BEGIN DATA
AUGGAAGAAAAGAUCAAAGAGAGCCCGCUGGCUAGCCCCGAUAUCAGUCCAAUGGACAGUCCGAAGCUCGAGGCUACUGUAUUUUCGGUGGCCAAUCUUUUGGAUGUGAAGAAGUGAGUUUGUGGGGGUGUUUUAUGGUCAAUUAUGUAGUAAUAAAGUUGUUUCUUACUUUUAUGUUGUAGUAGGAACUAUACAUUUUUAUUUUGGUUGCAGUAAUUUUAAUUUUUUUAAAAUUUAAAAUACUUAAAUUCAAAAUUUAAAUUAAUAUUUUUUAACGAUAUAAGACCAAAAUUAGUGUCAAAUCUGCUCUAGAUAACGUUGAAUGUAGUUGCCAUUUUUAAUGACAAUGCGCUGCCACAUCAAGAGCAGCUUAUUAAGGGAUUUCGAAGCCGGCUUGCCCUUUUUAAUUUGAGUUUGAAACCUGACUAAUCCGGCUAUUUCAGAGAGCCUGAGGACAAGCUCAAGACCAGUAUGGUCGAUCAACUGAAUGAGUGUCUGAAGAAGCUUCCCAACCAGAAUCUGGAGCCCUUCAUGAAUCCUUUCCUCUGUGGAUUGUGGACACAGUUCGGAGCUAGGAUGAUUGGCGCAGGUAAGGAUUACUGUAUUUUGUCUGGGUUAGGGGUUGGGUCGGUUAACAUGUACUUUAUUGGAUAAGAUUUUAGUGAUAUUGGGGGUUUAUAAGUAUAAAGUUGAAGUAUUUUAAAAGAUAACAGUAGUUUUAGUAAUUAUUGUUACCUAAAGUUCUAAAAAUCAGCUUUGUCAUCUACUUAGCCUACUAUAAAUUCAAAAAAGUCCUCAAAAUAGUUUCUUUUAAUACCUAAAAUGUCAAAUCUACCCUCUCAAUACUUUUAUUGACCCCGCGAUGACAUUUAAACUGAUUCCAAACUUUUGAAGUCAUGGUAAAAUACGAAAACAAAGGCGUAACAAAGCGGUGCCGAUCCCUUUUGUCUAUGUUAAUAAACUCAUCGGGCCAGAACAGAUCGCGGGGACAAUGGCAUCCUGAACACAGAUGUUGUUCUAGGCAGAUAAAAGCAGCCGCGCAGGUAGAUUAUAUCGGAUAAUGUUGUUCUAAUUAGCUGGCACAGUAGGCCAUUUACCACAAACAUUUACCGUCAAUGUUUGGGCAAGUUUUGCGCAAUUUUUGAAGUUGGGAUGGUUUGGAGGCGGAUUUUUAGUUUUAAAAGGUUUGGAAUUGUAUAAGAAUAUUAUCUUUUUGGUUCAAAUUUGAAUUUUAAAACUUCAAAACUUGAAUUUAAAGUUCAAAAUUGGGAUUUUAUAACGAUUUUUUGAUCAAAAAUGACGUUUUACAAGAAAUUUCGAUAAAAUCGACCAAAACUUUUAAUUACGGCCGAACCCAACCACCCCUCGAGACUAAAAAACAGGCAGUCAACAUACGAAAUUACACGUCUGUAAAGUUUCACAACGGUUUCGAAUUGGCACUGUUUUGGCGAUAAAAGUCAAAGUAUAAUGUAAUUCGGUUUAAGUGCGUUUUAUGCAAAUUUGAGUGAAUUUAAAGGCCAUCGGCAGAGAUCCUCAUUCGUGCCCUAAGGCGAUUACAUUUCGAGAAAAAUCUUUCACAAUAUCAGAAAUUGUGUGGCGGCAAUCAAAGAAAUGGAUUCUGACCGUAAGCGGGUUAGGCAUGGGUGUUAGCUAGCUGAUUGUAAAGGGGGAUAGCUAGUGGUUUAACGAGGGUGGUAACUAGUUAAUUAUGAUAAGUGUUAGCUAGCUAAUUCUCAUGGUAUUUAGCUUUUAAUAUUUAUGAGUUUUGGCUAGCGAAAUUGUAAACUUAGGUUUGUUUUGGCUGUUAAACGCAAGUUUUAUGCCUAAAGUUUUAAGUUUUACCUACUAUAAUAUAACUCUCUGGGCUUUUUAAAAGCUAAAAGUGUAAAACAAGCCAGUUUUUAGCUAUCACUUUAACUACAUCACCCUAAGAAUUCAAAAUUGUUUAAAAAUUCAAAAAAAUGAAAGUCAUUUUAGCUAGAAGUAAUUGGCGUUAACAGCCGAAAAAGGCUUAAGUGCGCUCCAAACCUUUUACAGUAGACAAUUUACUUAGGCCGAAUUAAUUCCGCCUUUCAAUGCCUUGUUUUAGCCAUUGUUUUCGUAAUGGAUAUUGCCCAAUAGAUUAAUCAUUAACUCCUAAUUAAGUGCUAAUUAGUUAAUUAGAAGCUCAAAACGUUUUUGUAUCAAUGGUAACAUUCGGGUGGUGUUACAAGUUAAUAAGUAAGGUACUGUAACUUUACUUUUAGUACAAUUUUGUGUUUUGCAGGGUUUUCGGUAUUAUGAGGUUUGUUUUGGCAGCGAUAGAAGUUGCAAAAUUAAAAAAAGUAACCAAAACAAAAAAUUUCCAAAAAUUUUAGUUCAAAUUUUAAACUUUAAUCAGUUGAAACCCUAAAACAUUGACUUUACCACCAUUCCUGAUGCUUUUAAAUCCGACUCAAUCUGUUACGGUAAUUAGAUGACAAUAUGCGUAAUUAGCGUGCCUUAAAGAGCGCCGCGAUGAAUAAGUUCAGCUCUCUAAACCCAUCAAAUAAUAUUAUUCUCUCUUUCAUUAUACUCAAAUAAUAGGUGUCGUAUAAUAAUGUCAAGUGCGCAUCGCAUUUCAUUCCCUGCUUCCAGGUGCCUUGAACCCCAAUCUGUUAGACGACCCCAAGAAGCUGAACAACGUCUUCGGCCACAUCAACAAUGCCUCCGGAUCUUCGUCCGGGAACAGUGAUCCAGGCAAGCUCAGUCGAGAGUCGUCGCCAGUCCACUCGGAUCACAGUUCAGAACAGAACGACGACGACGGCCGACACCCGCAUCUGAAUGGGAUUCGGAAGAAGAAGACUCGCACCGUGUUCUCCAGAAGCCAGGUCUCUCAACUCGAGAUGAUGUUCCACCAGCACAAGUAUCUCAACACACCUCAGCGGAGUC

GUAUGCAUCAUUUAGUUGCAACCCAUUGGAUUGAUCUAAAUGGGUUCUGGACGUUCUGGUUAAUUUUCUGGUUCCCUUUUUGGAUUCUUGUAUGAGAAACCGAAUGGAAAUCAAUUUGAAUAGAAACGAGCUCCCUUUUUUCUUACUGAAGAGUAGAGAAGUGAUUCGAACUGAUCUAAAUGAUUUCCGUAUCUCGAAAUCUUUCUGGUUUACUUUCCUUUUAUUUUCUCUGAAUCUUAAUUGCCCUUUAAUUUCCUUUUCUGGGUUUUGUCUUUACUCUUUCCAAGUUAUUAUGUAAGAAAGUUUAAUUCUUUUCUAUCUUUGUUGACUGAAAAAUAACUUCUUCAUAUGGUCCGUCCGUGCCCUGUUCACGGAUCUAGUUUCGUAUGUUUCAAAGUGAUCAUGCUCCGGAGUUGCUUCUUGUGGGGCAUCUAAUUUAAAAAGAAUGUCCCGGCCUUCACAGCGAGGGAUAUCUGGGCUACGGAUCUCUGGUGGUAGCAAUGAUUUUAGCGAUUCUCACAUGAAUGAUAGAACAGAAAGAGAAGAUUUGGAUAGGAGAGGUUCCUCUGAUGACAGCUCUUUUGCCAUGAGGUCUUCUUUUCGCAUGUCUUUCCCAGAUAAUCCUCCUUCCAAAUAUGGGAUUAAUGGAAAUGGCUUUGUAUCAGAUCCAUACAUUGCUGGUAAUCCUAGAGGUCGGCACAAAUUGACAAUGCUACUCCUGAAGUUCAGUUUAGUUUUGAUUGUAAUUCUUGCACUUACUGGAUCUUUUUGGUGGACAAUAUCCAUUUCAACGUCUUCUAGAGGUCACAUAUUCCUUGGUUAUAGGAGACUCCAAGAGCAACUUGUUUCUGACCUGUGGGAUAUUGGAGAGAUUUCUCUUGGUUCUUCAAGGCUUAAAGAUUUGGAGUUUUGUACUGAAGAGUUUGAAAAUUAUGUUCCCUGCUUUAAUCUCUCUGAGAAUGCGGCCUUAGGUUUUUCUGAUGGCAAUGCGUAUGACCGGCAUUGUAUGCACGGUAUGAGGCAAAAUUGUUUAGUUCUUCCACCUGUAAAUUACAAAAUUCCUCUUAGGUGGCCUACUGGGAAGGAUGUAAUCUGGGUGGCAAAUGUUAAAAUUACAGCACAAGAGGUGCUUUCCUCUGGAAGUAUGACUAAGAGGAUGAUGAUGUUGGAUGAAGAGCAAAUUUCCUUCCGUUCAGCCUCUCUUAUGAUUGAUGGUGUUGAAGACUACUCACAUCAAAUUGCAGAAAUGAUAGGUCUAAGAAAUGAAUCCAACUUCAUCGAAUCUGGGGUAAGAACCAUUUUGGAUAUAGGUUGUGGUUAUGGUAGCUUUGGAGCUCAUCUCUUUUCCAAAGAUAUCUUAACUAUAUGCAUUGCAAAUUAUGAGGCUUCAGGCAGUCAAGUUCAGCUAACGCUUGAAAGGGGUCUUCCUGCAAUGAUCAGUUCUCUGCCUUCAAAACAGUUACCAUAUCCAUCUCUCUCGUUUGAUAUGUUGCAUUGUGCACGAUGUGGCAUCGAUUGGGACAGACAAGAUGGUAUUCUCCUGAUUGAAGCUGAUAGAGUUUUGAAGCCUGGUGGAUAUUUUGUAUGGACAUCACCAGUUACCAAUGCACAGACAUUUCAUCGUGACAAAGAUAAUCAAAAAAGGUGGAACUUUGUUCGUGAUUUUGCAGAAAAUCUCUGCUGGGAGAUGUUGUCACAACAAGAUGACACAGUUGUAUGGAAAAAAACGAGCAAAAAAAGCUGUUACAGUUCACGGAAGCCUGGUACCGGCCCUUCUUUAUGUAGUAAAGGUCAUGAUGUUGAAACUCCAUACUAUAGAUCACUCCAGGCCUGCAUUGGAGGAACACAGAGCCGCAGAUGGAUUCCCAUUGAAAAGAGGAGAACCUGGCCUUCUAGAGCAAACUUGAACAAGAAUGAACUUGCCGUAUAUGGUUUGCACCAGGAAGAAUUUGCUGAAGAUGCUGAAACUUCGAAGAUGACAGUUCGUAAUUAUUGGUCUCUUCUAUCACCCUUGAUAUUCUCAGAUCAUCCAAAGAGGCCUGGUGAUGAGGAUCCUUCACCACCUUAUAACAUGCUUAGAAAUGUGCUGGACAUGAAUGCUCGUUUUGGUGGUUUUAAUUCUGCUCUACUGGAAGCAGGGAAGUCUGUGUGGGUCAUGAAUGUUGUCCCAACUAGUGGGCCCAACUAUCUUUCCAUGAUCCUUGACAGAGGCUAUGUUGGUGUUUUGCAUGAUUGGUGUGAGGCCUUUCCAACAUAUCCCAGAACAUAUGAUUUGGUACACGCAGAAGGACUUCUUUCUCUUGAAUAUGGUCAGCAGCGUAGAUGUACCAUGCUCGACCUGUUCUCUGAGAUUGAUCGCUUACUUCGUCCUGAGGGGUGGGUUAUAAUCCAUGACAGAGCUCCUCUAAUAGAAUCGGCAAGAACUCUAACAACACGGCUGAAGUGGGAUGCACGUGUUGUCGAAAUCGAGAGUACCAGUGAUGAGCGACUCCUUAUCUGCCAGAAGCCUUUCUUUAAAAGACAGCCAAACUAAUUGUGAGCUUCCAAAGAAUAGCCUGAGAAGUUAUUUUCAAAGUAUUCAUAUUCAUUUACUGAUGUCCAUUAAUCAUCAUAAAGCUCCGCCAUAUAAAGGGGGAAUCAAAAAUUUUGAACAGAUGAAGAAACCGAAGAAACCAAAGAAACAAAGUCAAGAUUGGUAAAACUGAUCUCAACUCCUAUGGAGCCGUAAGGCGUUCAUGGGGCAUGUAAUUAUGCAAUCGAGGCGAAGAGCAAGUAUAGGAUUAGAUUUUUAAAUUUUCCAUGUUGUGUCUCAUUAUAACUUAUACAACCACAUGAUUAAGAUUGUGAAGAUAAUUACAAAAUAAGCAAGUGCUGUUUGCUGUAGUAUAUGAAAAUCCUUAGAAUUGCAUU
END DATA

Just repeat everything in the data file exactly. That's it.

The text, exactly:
AUGGAAGAAAAGAUCAAAGAGAGCCCGCUGGCUAGCCCCGAUAUCAGUCCAAUGGACAGUCCGAAGCUCGAGGCUACUGUAUUUUCGGUGGCCAAUCUUUUGGAUGUGAAGAAGUGAGUUUGUGGGGGUGUUUUAUGGUCAAUUAUGUAGUAAUAAAGUUGUUUCUUACUUUUAUGUUGUAGUAGGAACUAUACAUUUUUAUUUUGGUUGCAGUAAUUUUAAUUUUUUUAAAAUUUAAAAUACUUAAAUUCAAAAUUUAAAUUAAUAUUUUUUAACGAUAUAAGACCAAAAUUAGUGUCAAAUCUGCUCUAGAUAACGUUGAAUGUAGUUGCCAUUUUUAAUGACAAUGCGCUGCCACAUCAAGAGCAGCUUAUUAAGGGAUUUCGAAGCCGGCUUGCCCUUUUUAAUUUGAGUUUGAAACCUGACUAAUCCGGCUAUUUCAGAGAGCCUGAGGACAAGCUCAAGACCAGUAUGGUCGAUCAACUGAAUGAGUGUCUGAAGAAGCUUCCCAACCAGAAUCUGGAGCCCUUCAUGAAUCCUUUCCUCUGUGGAUUGUGGACACAGUUCGGAGCUAGGAUGAUUGGCGCAGGUAAGGAUUACUGUAUUUUGUCUGGGUUAGGGGUUGGGUCGGUUAACAUGUACUUUAUUGGAUAAGAUUUUAGUGAUAUUGGGGGUUUAUAAGUAUAAAGUUGAAGUAUUUUAAAAGAUAACAGUAGUUUUAGUAAUUAUUGUUACCUAAAGUUCUAAAAAUCAGCUUUGUCAUCUACUUAGCCUACUAUAAAUUCAAAAAAGUCCUCAAAAUAGUUUCUUUUAAUACCUAAAAUGUCAAAUCUACCCUCUCAAUACUUUUAUUGACCCCGCGAUGACAUUUAAACUGAUUCCAAACUUUUGAAGUCAUGGUAAAAUACGAAAACAAAGGCGUAACAAAGCGGUGCCGAUCCCUUUUGUCUAUGUUAAUAAACUCAUCGGGCCAGAACAGAUCGCGGGGACAAUGGCAUCCUGAACACAGAUGUUGUUCUAGGCAGAUAAAAGCAGCCGCGCAGGUAGAUUAUAUCGGAUAAUGUUGUUCUAAUUAGCUGGCACAGUAGGCCAUUUACCACAAACAUUUACCGUCAAUGUUUGGGCAAGUUUUGCGCAAUUUUUGAAGUUGGGAUGGUUUGGAGGCGGAUUUUUAGUUUUAAAAGGUUUGGAAUUGUAUAAGAAUAUUAUCUUUUUGGUUCAAAUUUGAAUUUUAAAACUUCAAAACUUGAAUUUAAAGUUCAAAAUUGGGAUUUUAUAACGAUUUUUUGAUCAAAAAUGACGUUUUACAAGAAAUUUCGAUAAAAUCGACCAAAACUUUUAAUUACGGCCGAACCCAACCACCCCUCGAGACUAAAAAACAGGCAGUCAACAUACGAAAUUACACGUCUGUAAAGUUUCACAACGGUUUCGAAUUGGCACUGUUUUGGCGAUAAAAGUCAAAGUAUAAUGUAAUUCGGUUUAAGUGCGUUUUAUGCAAAUUUGAGUGAAUUUAAAGGCCAUCGGCAGAGAUCCUCAUUCGUGCCCUAAGGCGAUUACAUUUCGAGAAAAAUCUUUCACAAUAUCAGAAAUUGUGUGGCGGCAAUCAAAGAAAUGGAUUCUGACCGUAAGCGGGUUAGGCAUGGGUGUUAGCUAGCUGAUUGUAAAGGGGGAUAGCUAGUGGUUUAACGAGGGUGGUAACUAGUUAAUUAUGAUAAGUGUUAGCUAGCUAAUUCUCAUGGUAUUUAGCUUUUAAUAUUUAUGAGUUUUGGCUAGCGAAAUUGUAAACUUAGGUUUGUUUUGGCUGUUAAACGCAAGUUUUAUGCCUAAAGUUUUAAGUUUUACCUACUAUAAUAUAACUCUCUGGGCUUUUUAAAAGCUAAAAGUGUAAAACAAGCCAGUUUUUAGCUAUCACUUUAACUACAUCACCCUAAGAAUUCAAAAUUGUUUAAAAAUUCAAAAAAAUGAAAGUCAUUUUAGCUAGAAGUAAUUGGCGUUAACAGCCGAAAAAGGCUUAAGUGCGCUCCAAACCUUUUACAGUAGACAAUUUACUUAGGCCGAAUUAAUUCCGCCUUUCAAUGCCUUGUUUUAGCCAUUGUUUUCGUAAUGGAUAUUGCCCAAUAGAUUAAUCAUUAACUCCUAAUUAAGUGCUAAUUAGUUAAUUAGAAGCUCAAAACGUUUUUGUAUCAAUGGUAACAUUCGGGUGGUGUUACAAGUUAAUAAGUAAGGUACUGUAACUUUACUUUUAGUACAAUUUUGUGUUUUGCAGGGUUUUCGGUAUUAUGAGGUUUGUUUUGGCAGCGAUAGAAGUUGCAAAAUUAAAAAAAGUAACCAAAACAAAAAAUUUCCAAAAAUUUUAGUUCAAAUUUUAAACUUUAAUCAGUUGAAACCCUAAAACAUUGACUUUACCACCAUUCCUGAUGCUUUUAAAUCCGACUCAAUCUGUUACGGUAAUUAGAUGACAAUAUGCGUAAUUAGCGUGCCUUAAAGAGCGCCGCGAUGAAUAAGUUCAGCUCUCUAAACCCAUCAAAUAAUAUUAUUCUCUCUUUCAUUAUACUCAAAUAAUAGGUGUCGUAUAAUAAUGUCAAGUGCGCAUCGCAUUUCAUUCCCUGCUUCCAGGUGCCUUGAACCCCAAUCUGUUAGACGACCCCAAGAAGCUGAACAACGUCUUCGGCCACAUCAACAAUGCCUCCGGAUCUUCGUCCGGGAACAGUGAUCCAGGCAAGCUCAGUCGAGAGUCGUCGCCAGUCCACUCGGAUCACAGUUCAGAACAGAACGACGACGACGGCCGACACCCGCAUCUGAAUGGGAUUCGGAAGAAGAAGACUCGCACCGUGUUCUCCAGAAGCCAGGUCUCUCAACUCGAGAUGAUGUUCCACCAGCACAAGUAUCUCAACACACCUCAGCGGAGUC

GUAUGCAUCAUUUAGUUGCAACCCAUUGGAUUGAUCUAAAUGGGUUCUGGACGUUCUGGUUAAUUUUCUGGUUCCCUUUUUGGAUUCUUGUAUGAGAAACCGAAUGGAAAUCAAUUUGAAUAGAAACGAGCUCCCUUUUUUCUUACUGAAGAGUAGAGAAGUGAUUCGAACUGAUCUAAAUGAUUUCCGUAUCUCGAAAUCUUUCUGGUUUACUUUCCUUUUAUUUUCUCUGAAUCUUAAUUGCCCUUUAAUUUCCUUUUCUGGGUUUUGUCUUUACUCUUUCCAAGUUAUUAUGUAAGAAAGUUUAAUUCUUUUCUAUCUUUGUUGACUGAAAAAUAACUUCUUCAUAUGGUCCGUCCGUGCCCUGUUCACGGAUCUAGUUUCGUAUGUUUCAAAGUGAUCAUGCUCCGGAGUUGCUUCUUGUGGGGCAUCUAAUUUAAAAAGAAUGUCCCGGCCUUCACAGCGAGGGAUAUCUGGGCUACGGAUCUCUGGUGGUAGCAAUGAUUUUAGCGAUUCUCACAUGAAUGAUAGAACAGAAAGAGAAGAUUUGGAUAGGAGAGGUUCCUCUGAUGACAGCUCUUUUGCCAUGAGGUCUUCUUUUCGCAUGUCUUUCCCAGAUAAUCCUCCUUCCAAAUAUGGGAUUAAUGGAAAUGGCUUUGUAUCAGAUCCAUACAUUGCUGGUAAUCCUAGAGGUCGGCACAAAUUGACAAUGCUACUCCUGAAGUUCAGUUUAGUUUUGAUUGUAAUUCUUGCACUUACUGGAUCUUUUUGGUGGACAAUAUCCAUUUCAACGUCUUCUAGAGGUCACAUAUUCCUUGGUUAUAGGAGACUCCAAGAGCAACUUGUUUCUGACCUGUGGGAUAUUGGAGAGAUUUCUCUUGGUUCUUCAAGGCUUAAAGAUUUGGAGUUUUGUACUGAAGAGUUUGAAAAUUAUGUUCCCUGCUUUAAUCUCUCUGAGAAUGCGGCCUUAGGUUUUUCUGAUGGCAAUGCGUAUGACCGGCAUUGUAUGCACGGUAUGAGGCAAAAUUGUUUAGUUCUUCCACCUGUAAAUUACAAAAUUCCUCUUAGGUGGCCUACUGGGAAGGAUGUAAUCUGGGUGGCAAAUGUUAAAAUUACAGCACAAGAGGUGCUUUCCUCUGGAAGUAUGACUAAGAGGAUGAUGAUGUUGGAUGAAGAGCAAAUUUCCUUCCGUUCAGCCUCUCUUAUGAUUGAUGGUGUUGAAGACUACUCACAUCAAAUUGCAGAAAUGAUAGGUCUAAGAAAUGAAUCCAACUUCAUCGAAUCUGGGGUAAGAACCAUUUUGGAUAUAGGUUGUGGUUAUGGUAGCUUUGGAGCUCAUCUCUUUUCCAAAGAUAUCUUAACUAUAUGCAUUGCAAAUUAUGAGGCUUCAGGCAGUCAAGUUCAGCUAACGCUUGAAAGGGGUCUUCCUGCAAUGAUCAGUUCUCUGCCUUCAAAACAGUUACCAUAUCCAUCUCUCUCGUUUGAUAUGUUGCAUUGUGCACGAUGUGGCAUCGAUUGGGACAGACAAGAUGGUAUUCUCCUGAUUGAAGCUGAUAGAGUUUUGAAGCCUGGUGGAUAUUUUGUAUGGACAUCACCAGUUACCAAUGCACAGACAUUUCAUCGUGACAAAGAUAAUCAAAAAAGGUGGAACUUUGUUCGUGAUUUUGCAGAAAAUCUCUGCUGGGAGAUGUUGUCACAACAAGAUGACACAGUUGUAUGGAAAAAAACGAGCAAAAAAAGCUGUUACAGUUCACGGAAGCCUGGUACCGGCCCUUCUUUAUGUAGUAAAGGUCAUGAUGUUGAAACUCCAUACUAUAGAUCACUCCAGGCCUGCAUUGGAGGAACACAGAGCCGCAGAUGGAUUCCCAUUGAAAAGAGGAGAACCUGGCCUUCUAGAGCAAACUUGAACAAGAAUGAACUUGCCGUAUAUGGUUUGCACCAGGAAGAAUUUGCUGAAGAUGCUGAAACUUCGAAGAUGACAGUUCGUAAUUAUUGGUCUCUUCUAUCACCCUUGAUAUUCUCAGAUCAUCCAAAGAGGCCUGGUGAUGAGGAUCCUUCACCACCUUAUAACAUGCUUAGAAAUGUGCUGGACAUGAAUGCUCGUUUUGGUGGUUUUAAUUCUGCUCUACUGGAAGCAGGGAAGUCUGUGUGGGUCAUGAAUGUUGUCCCAACUAGUGGGCCCAACUAUCUUUCCAUGAUCCUUGACAGAGGCUAUGUUGGUGUUUUGCAUGAUUGGUGUGAGGCCUUUCCAACAUAUCCCAGAACAUAUGAUUUGGUACACGCAGAAGGACUUCUUUCUCUUGAAUAUGGUCAGCAGCGUAGAUGUACCAUGCUCGACCUGUUCUCUGAGAUUGAUCGCUUACUUCGUCCUGAGGGGUGGGUUAUAAUCCAUGACAGAGCUCCUCUAAUAGAAUCGGCAAGAACUCUAACAACACGGCUGAAGUGGGAUGCACGUGUUGUCGAAAUCGAGAGUACCAGUGAUGAGCGACUCCUUAUCUGCCAGAAGCCUUUCUUUAAAAGACAGCCAAACUAAUUGUGAGCUUCCAAAGAAUAGCCUGAGAAGUUAUUUUCAAAGUAUUCAUAUUCAUUUACUGAUGUCCAUUAAUCAUCAUAAAGCUCCGCCAUAUAAAGGGGGAAUCAAAAAUUUUGAACAGAUGAAGAAACCGAAGAAACCAAAGAAACAAAGUCAAGAUUGGUAAAACUGAUCUCAACUCCUAUGGAGCCGUAAGGCGUUCAUGGGGCAUGUAAUUAUGCAAUCGAGGCGAAGAGCAAGUAUAGGAUUAGAUUUUUAAAUUUUCCAUGUUGUGUCUCAUUAUAACUUAUACAACCACAUGAUUAAGAUUGUGAAGAUAAUUACAAAAUAAGCAAGUGCUGUUUGCUGUAGUAUAUGAAAAUCCUUAGAAUUGCAUU